Sound Systems-Getting Wired Up
All cables must be shielded. (Eliminates unwanted noise)
Cables longer than 25ft. Should be XLR balanced low impedance.
Outputs of electronic instruments unbalanced 1/4” plug should use a direct box (also known as D.I. for direct input) is a small device that balances the signal and reduces it to a microphone level.
The direct box has a high impedance, unbalanced 1/4" jack input and a low impedance, balanced XLR jact output that is fed directly to a balanced microphone input on a mixer.
RCA jacks are the standard means of connection for home stereo components, such as CD players, mp3 players and semi-pro recording equipment.
There is a significant shift in cable requirements for connecting the output of the amplifier to the speaker inputs in home theater applications.
Speaker cables are not shielded ad require a larger or heavier wire gauge to handle the power from the output from the amplifier.
Speaker cables are normally made of a two conductor cable similar to a lamp cord.
A heavy wire gauge should be used for high wattage or long speaker cable runs.
High wattage applications should be kept as short as possible.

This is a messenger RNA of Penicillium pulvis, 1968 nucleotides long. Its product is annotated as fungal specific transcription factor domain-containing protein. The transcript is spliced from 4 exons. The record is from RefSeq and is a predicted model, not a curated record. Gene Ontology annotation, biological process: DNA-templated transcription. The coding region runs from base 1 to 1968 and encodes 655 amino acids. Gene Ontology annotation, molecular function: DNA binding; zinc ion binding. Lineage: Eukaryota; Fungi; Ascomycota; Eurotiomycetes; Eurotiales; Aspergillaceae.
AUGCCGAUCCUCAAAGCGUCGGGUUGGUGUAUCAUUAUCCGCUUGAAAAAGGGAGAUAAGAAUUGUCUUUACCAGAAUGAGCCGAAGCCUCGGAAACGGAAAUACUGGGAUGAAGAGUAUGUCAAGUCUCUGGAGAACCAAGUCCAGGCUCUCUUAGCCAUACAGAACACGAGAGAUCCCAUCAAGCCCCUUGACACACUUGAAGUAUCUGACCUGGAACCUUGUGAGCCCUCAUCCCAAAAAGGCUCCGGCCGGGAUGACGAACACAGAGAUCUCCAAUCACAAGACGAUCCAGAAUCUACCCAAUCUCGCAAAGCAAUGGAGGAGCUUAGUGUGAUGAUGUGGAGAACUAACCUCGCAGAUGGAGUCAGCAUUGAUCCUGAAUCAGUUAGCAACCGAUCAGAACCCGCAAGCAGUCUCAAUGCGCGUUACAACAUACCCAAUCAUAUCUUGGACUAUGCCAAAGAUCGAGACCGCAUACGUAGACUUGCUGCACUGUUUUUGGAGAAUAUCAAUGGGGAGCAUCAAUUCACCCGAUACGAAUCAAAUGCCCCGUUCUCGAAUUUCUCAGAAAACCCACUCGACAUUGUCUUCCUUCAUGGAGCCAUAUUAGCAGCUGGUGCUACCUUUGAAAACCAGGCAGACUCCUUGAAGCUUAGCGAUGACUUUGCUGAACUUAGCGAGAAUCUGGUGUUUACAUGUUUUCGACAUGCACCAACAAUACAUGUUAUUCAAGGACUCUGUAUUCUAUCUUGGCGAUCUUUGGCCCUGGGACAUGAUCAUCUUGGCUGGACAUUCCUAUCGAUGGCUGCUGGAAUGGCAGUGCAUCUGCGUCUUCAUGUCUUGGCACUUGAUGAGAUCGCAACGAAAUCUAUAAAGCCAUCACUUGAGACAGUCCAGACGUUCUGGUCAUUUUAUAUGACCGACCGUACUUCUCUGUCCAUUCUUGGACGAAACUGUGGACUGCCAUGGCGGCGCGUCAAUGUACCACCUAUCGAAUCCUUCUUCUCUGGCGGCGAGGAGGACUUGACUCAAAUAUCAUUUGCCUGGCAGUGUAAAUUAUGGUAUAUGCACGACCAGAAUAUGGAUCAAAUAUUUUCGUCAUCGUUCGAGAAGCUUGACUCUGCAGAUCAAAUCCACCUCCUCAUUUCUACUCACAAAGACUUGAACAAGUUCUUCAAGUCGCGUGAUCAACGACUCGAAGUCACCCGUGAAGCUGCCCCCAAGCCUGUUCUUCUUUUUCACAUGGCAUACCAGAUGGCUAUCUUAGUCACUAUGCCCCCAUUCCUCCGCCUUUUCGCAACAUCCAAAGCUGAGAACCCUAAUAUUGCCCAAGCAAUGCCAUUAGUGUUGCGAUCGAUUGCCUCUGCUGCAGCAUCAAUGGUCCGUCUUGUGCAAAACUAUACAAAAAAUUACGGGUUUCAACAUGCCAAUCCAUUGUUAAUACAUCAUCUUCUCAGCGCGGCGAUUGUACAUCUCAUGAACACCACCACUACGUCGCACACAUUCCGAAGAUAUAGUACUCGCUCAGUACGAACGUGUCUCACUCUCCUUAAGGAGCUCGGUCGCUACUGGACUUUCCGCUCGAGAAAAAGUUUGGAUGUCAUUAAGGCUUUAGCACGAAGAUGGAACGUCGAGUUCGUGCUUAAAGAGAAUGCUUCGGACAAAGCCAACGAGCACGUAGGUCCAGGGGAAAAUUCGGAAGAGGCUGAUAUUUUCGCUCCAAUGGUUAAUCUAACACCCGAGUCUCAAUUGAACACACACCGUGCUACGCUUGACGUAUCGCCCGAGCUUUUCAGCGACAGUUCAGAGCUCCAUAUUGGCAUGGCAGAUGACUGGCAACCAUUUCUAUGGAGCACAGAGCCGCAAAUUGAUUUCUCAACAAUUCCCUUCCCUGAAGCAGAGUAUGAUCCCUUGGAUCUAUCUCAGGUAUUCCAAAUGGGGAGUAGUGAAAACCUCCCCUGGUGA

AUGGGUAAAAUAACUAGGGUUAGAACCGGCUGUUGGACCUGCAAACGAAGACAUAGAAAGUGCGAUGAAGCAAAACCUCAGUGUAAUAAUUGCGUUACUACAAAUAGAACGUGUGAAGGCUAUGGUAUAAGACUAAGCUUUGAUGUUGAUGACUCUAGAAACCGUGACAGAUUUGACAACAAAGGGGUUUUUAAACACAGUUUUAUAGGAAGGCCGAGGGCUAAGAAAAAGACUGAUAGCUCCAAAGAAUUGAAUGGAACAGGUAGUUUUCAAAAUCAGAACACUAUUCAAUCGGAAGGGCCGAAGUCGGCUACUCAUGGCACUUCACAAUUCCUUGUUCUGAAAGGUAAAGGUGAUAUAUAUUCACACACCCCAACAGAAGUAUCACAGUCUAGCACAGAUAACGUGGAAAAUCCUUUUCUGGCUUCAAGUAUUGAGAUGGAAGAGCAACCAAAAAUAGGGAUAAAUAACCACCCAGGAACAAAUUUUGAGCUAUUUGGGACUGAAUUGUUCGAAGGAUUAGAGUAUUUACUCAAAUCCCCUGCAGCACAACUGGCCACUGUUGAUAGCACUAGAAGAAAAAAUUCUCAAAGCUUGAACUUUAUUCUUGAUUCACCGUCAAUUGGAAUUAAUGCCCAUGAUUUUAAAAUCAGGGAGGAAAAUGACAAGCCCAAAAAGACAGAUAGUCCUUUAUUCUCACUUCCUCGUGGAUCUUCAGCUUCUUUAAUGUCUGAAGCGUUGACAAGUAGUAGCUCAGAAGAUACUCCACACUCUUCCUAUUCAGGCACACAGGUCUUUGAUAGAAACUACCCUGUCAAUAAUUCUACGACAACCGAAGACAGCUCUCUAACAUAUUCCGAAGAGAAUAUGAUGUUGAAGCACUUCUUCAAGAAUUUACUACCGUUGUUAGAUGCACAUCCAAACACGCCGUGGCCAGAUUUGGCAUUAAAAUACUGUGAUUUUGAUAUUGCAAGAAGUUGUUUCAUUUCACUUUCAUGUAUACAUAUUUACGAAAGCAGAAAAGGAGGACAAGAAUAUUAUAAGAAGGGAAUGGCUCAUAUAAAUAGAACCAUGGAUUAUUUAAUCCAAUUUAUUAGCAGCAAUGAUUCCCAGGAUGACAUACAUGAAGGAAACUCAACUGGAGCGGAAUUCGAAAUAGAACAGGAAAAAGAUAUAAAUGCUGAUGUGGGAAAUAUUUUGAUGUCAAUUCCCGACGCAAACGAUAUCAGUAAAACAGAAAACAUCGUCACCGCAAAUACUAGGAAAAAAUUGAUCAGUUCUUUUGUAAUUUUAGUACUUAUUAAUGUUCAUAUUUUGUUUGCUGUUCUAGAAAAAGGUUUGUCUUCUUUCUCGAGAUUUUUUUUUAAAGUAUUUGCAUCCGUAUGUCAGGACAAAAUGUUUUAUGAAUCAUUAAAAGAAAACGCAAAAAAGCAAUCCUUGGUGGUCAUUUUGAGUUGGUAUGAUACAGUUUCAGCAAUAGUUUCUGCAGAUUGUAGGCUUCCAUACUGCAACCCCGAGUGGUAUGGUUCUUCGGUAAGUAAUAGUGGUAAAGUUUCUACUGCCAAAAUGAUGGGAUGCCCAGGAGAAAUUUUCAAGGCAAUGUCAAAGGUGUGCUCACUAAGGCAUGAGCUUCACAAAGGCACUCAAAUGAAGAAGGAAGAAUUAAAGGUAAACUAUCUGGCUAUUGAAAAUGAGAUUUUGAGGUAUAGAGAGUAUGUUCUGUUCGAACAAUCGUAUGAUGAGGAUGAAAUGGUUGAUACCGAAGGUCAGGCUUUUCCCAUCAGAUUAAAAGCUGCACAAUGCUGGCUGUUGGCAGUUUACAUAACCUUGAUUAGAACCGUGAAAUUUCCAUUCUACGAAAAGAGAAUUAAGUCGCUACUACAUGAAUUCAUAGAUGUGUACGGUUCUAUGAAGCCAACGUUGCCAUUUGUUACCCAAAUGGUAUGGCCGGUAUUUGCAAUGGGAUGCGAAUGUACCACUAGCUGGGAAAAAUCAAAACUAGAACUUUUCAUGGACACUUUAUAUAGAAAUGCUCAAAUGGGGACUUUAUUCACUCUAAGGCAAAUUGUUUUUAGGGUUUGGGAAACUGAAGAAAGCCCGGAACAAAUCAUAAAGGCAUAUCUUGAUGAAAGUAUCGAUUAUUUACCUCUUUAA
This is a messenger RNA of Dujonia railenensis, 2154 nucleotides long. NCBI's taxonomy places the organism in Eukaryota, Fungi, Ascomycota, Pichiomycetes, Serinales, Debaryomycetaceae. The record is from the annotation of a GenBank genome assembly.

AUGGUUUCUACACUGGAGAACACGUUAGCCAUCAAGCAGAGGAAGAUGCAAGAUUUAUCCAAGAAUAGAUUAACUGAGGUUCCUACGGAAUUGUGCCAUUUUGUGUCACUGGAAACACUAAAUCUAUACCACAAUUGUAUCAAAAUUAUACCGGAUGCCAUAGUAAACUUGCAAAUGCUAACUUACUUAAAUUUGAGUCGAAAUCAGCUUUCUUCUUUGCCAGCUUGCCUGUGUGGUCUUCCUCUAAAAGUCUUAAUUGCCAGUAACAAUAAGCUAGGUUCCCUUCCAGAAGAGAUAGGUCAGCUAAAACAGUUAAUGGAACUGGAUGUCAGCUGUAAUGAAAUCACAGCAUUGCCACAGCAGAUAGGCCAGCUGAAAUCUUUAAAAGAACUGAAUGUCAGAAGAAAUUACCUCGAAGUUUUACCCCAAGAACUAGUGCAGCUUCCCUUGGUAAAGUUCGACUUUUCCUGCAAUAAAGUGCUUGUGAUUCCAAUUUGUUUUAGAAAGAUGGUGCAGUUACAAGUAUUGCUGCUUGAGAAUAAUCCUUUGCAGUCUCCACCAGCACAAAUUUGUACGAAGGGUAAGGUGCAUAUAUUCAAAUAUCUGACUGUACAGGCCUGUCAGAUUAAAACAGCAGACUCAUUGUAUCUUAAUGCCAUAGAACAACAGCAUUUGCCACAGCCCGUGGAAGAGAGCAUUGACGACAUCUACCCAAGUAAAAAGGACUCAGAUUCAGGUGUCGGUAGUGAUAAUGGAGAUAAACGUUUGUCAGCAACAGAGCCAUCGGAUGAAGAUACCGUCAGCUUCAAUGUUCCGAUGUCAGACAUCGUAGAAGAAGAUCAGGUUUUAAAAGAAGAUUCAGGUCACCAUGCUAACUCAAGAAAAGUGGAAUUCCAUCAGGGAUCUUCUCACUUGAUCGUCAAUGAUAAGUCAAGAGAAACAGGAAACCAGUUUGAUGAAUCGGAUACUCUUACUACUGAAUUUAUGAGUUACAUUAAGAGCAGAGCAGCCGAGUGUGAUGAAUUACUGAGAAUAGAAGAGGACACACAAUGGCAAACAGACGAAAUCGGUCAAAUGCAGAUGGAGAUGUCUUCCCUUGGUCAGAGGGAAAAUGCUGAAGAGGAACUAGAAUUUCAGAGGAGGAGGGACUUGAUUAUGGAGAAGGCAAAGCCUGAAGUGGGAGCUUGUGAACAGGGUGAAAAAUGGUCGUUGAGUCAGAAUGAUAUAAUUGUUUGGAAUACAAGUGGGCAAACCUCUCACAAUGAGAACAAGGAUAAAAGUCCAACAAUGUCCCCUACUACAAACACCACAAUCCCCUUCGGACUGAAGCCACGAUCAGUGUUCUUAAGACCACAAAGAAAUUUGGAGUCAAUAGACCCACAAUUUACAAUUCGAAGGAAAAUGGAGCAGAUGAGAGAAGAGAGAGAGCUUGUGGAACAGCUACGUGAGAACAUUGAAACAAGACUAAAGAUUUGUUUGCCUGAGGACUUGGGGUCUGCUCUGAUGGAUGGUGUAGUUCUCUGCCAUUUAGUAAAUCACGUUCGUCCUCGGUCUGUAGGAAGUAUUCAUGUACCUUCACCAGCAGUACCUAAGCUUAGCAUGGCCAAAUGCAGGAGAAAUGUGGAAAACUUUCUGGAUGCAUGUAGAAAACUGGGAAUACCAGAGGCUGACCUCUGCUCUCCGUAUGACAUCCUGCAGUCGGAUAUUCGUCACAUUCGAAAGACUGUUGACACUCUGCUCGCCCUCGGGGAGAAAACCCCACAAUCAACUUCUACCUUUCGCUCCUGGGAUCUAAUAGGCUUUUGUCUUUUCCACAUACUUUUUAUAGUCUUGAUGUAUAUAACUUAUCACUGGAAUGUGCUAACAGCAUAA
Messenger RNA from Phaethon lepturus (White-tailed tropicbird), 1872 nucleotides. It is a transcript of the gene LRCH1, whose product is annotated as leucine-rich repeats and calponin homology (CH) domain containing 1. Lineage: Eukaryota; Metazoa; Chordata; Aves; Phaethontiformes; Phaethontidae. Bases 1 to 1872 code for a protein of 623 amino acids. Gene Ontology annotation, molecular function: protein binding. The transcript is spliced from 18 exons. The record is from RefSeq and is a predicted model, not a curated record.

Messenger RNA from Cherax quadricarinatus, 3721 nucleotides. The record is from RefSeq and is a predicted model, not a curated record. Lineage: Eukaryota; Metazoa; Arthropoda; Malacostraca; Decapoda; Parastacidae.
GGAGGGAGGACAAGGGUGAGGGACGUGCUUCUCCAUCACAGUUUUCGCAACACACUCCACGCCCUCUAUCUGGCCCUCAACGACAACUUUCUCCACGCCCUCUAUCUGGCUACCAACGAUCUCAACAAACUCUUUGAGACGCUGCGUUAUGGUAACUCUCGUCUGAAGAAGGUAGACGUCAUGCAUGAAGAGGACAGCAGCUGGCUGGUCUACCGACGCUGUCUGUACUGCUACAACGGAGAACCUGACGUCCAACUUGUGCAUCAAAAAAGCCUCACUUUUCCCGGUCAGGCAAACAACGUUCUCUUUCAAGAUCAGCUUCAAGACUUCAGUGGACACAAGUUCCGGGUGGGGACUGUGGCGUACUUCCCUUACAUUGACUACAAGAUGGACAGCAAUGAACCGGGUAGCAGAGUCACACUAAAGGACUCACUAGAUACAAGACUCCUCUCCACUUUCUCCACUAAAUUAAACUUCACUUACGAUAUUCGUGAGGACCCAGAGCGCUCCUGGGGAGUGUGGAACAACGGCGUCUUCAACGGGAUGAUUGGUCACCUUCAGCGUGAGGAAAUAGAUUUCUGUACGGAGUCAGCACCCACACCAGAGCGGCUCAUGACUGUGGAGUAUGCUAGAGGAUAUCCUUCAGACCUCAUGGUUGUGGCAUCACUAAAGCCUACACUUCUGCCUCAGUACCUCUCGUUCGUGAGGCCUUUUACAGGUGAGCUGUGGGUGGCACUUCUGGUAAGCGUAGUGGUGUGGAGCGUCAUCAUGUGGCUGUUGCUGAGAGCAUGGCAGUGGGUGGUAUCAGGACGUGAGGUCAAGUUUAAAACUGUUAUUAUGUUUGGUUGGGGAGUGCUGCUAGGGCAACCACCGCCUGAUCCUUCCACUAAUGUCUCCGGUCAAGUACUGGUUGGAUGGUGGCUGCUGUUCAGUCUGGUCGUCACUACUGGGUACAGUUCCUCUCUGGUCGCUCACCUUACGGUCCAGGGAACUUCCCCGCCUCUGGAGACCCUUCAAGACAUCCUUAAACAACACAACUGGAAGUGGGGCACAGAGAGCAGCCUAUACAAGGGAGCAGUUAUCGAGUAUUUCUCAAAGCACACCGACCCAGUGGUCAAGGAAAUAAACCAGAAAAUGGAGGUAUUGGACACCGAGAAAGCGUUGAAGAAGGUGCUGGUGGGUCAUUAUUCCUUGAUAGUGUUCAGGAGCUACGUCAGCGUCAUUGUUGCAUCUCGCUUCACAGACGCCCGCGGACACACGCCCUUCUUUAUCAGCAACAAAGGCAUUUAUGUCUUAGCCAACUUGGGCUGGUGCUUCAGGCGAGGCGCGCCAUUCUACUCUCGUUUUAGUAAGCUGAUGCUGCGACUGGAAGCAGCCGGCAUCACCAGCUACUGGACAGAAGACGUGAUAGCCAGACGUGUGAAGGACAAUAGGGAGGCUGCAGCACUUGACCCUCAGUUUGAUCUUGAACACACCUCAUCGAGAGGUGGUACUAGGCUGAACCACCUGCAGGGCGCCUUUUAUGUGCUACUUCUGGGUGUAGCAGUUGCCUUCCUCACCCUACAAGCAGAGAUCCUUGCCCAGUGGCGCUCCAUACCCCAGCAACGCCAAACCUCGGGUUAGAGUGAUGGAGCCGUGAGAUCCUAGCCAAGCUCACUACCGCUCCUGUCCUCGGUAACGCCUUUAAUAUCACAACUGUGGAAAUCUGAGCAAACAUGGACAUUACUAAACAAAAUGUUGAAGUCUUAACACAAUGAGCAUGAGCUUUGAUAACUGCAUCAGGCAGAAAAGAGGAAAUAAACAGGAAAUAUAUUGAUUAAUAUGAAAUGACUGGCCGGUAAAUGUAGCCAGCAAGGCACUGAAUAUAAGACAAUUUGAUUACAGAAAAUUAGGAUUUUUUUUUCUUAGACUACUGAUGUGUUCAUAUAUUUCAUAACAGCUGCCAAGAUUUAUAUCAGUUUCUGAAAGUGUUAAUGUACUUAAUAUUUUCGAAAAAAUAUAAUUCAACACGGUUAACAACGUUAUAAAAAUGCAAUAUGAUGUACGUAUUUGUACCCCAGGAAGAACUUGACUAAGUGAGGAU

Cable lengths over 50' can result in a loss of power and fidelity in gauges that are too light.
Sound reinforcement speaker cables range from 12 to 18 gauge.
Wire gauge is the measurement of the diameter of the copper conductor in a wire.
The thickness of the wire is measured backwards-12 gauge wire is thicker than 14-gauge.
Wire speakers to an amplifier using the positive ("+") and negative ("-") terminals. Positive to positive=Negative to negative.
If the wires of one of the speakers are reversed it will be out of phase and the stereo imaging will not be correct. Results in diminished low frequencies and sounds that are panned to the center of the stereo field will appear to come from the two sides rather than the center.
Some speaker cables in small live sound applications (such as a coffee house) will generally use a 1/4" cable connector.
Larger systems use specially designed speaker cables for connecting the speaker from the power amplifier.
Choose Your Mixer-Powered/Unpowered.
Pick out mics that fit your situation.
Choose appropriate PA speakers-Active/Passive.
Pick out the right monitor system.
Get the right power amplification.
Add signal processing/effects.
Cable up/connect your rig.
Rack up and pack up your equipment.